Day 30: Rabbit Hole
In the afternoon, a link to Krishna Kumar’s opinion piece came in. I trust him to offer a radically different perspective on issues at hand. In ‘The Village is Still Relevant’ he writes that the villages have a right to flourish as habitations with their own distinctive future. In his characteristically perceptive way he refers to the images of migrant workers walking the highways for their homes hundreds of kilometres away. It strikes a humane tone even as he reflects on the policy trajectory in this country. I felt that he accords significant value (and perhaps agency) to academics who studied and theorised about modernisation in India and location of villages within them. He reasons that –
Modernisation was a dominant paradigm of social theory that saw nothing wrong in the growth of vast slums in mega-cities and depletion of working-age people in villages. Some social scientists did not mind declaring that the village as we had known it in Indian history was on its way to extinction. They argued that agriculture, the main resource of livelihood in the countryside, was no longer profitable enough to attract the young. And handicrafts too were destined to die, they said, as craftsmen and women cannot survive without state support. Only pockets of support survived the powerful wave of market-oriented economic reforms.
I have often felt that with the dominance of economics, social sciences research of any other variety had ceased to matter as long as decision making was concerned in India. Weren’t we already sold to the idea of industrial centers and urban agglomerations as the powerhouses of economic growth? The article is thought provoking in the way that it brings back the village in sharp contrast, asserting dignity and importance in the national narrative. I couldn’t agree more.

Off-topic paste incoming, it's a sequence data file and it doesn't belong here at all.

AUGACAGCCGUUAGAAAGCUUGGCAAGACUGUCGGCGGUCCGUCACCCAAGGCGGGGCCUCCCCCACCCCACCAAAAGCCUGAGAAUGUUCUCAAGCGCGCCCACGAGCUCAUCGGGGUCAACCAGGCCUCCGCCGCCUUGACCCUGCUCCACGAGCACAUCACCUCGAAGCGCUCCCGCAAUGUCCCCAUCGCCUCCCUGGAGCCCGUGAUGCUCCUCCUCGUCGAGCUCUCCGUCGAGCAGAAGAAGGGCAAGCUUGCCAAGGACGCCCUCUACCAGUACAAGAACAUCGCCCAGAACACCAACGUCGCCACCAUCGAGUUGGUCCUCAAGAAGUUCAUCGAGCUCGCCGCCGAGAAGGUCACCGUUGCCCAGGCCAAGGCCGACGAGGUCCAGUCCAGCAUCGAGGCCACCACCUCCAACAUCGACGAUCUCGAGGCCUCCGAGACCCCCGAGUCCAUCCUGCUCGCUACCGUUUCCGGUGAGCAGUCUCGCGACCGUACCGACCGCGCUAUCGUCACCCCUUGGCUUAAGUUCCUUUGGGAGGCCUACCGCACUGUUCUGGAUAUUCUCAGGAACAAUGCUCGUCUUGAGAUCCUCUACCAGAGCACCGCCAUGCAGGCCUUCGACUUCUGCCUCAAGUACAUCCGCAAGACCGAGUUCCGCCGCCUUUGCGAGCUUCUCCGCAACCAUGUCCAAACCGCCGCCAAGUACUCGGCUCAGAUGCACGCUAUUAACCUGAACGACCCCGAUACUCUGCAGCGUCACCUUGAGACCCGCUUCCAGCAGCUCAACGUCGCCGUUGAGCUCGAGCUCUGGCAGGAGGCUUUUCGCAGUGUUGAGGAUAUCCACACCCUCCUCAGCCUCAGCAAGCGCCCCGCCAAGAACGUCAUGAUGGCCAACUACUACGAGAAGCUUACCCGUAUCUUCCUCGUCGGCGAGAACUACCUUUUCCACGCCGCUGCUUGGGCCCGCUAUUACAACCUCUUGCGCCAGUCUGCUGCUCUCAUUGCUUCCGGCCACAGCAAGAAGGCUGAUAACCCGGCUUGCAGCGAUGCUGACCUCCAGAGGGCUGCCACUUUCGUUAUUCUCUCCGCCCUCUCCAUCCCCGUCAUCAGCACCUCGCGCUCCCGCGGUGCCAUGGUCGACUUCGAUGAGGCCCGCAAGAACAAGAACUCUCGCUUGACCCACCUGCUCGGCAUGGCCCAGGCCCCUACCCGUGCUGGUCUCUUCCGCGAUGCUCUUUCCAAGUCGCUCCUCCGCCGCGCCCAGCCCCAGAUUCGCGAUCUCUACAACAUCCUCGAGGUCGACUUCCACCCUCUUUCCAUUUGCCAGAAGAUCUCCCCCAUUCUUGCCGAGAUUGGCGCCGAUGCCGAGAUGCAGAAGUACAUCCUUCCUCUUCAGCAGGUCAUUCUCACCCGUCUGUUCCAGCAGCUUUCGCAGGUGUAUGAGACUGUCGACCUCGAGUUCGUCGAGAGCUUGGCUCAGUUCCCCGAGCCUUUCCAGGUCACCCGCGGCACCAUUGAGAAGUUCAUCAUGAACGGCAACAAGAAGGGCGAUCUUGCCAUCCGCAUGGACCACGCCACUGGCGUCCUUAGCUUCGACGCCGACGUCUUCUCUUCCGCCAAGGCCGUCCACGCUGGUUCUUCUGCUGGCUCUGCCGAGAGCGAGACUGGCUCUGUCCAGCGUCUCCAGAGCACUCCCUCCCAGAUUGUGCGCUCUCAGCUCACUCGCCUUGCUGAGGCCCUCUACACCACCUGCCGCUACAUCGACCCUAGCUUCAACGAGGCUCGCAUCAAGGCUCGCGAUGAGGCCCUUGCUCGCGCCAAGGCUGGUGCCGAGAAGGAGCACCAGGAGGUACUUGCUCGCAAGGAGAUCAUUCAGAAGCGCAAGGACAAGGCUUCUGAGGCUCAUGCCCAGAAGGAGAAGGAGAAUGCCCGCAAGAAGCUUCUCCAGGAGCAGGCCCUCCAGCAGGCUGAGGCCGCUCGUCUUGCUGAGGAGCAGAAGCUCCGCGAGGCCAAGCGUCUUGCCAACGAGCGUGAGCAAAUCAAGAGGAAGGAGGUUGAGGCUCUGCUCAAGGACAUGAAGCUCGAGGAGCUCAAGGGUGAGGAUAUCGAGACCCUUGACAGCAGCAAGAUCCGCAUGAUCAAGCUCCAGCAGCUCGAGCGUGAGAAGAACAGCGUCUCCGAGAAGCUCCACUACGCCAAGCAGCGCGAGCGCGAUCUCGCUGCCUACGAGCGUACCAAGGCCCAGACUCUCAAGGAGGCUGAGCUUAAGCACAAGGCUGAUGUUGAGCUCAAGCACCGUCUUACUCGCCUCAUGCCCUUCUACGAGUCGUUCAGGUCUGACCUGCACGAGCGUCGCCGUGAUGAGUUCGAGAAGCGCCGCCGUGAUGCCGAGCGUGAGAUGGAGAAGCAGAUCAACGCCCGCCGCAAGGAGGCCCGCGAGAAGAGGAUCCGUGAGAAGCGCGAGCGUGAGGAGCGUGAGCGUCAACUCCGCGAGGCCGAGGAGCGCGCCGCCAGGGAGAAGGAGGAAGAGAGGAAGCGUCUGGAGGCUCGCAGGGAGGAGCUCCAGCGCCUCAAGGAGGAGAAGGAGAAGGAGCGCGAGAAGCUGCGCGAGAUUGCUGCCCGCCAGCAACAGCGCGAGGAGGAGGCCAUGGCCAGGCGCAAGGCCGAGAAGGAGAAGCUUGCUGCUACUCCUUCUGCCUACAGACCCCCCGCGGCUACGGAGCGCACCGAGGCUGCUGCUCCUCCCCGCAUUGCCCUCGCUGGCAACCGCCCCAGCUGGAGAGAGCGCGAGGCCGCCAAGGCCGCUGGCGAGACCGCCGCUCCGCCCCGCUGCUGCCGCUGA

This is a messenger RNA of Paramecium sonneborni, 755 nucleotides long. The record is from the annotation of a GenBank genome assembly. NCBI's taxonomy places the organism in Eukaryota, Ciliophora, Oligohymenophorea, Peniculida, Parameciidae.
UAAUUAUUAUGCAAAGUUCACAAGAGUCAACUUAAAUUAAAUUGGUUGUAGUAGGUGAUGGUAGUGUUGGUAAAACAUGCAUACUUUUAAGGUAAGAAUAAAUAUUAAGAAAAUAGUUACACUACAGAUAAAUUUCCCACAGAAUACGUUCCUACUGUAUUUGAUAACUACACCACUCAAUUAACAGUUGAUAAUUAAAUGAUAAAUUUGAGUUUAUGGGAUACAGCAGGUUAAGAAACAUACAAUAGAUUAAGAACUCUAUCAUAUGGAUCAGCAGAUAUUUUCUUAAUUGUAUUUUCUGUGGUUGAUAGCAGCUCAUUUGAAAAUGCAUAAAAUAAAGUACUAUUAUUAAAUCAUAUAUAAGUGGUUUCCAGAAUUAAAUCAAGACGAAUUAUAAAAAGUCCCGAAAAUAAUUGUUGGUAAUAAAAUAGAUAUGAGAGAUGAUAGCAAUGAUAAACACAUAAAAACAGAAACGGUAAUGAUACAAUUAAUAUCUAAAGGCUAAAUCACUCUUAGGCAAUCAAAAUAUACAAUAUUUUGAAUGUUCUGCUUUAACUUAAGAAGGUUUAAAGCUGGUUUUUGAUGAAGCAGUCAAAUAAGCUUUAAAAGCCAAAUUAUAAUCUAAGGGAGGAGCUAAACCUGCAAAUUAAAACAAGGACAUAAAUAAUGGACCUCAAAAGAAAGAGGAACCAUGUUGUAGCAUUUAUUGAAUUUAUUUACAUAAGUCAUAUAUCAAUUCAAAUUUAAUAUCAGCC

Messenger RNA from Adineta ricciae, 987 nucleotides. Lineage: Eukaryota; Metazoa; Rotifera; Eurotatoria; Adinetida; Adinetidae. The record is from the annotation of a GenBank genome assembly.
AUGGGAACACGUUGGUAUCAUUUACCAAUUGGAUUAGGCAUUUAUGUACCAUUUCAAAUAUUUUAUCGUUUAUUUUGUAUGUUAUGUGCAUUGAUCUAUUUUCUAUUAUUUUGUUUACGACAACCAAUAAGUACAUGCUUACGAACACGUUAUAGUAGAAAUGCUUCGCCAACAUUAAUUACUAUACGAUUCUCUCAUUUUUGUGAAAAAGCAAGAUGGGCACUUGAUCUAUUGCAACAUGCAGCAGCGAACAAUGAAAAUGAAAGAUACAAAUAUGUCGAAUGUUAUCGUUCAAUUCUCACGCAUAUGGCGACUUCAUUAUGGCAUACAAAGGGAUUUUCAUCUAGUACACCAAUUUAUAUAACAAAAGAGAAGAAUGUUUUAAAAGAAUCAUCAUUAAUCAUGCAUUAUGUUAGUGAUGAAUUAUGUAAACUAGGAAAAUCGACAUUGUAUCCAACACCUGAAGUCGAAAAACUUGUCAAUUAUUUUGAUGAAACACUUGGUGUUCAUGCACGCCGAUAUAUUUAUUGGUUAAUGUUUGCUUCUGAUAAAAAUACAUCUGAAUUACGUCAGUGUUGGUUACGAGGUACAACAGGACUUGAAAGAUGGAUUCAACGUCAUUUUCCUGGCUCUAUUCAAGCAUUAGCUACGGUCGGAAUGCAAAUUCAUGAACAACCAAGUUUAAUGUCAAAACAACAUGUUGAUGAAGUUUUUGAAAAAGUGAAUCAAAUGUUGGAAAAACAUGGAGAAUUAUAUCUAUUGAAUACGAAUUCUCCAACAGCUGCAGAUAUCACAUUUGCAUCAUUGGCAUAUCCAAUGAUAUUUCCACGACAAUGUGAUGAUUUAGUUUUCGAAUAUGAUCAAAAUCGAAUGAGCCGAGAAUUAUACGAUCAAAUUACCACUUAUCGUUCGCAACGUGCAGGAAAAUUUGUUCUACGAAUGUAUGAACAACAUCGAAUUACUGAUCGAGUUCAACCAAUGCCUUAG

I am reminded of another common omission that researchers tend to make – the village is positioned as opposed to the metropolis. There is also the town- the in-between agglomeration, where a lot many have found stable lives. These places are of course rife with their own challenges. But people seemed to have stopped half way in their march from the villages to the cities. The question that also needs to be asked is about policy- people dynamics. Is it only that that policy shaped people’s lives and outcomes? Is it unidirectional? This framing would mean that we assume no choice or agency exercised by people themselves. Do some of them move just to go check out the city, gain from higher wages there and experience a different lifestyle? The young man across our farm in Ajangaon chose to be a security guard in Wardha, a town, over farming his 5 acre plot!
What do I read next, I thought and moved to New Yorker to an article by a law professor at Harvard, on her online teaching experience. These experiences need a level of adjustment with online teaching environments and reconciliation with expectations with teaching that both professors and students have. A professor of Public Finance I know, is struggling with online classes as he doesn’t find it engaging enough because he cannot see his students sitting and responding to him in real life.
Back here, Indian universities have gone quiet, especially the central universities. I am interested in knowing about the men and women whose hostels I would run past during my evening runs in Bangalore University’s campus. Where have they gone? What is the status of their courses?
Encouraged by Krishna Kumar’s writing, I reconsidered my decision to not offer an online course at GenWise. I went back to the document and started again. I heard Prof Yashpal’s words, ‘The main job of education is to make students capable of wondering about things’ and that ‘You open the mind by posing good questions.’. Now, I do have a version of course to send across to the team.